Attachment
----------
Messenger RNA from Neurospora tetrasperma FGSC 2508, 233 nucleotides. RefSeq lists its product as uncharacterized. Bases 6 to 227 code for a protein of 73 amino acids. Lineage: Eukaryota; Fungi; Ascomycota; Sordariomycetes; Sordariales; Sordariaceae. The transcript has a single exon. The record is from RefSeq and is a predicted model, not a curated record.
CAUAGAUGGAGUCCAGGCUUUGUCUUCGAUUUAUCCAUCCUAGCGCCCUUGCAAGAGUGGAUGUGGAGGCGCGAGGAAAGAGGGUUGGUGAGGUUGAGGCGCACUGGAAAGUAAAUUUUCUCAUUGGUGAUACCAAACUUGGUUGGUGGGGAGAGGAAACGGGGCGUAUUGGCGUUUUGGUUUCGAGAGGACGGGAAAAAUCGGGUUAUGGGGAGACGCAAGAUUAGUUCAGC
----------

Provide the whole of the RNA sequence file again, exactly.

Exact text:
Messenger RNA from Neurospora tetrasperma FGSC 2508, 233 nucleotides. RefSeq lists its product as uncharacterized. Bases 6 to 227 code for a protein of 73 amino acids. Lineage: Eukaryota; Fungi; Ascomycota; Sordariomycetes; Sordariales; Sordariaceae. The transcript has a single exon. The record is from RefSeq and is a predicted model, not a curated record.
CAUAGAUGGAGUCCAGGCUUUGUCUUCGAUUUAUCCAUCCUAGCGCCCUUGCAAGAGUGGAUGUGGAGGCGCGAGGAAAGAGGGUUGGUGAGGUUGAGGCGCACUGGAAAGUAAAUUUUCUCAUUGGUGAUACCAAACUUGGUUGGUGGGGAGAGGAAACGGGGCGUAUUGGCGUUUUGGUUUCGAGAGGACGGGAAAAAUCGGGUUAUGGGGAGACGCAAGAUUAGUUCAGC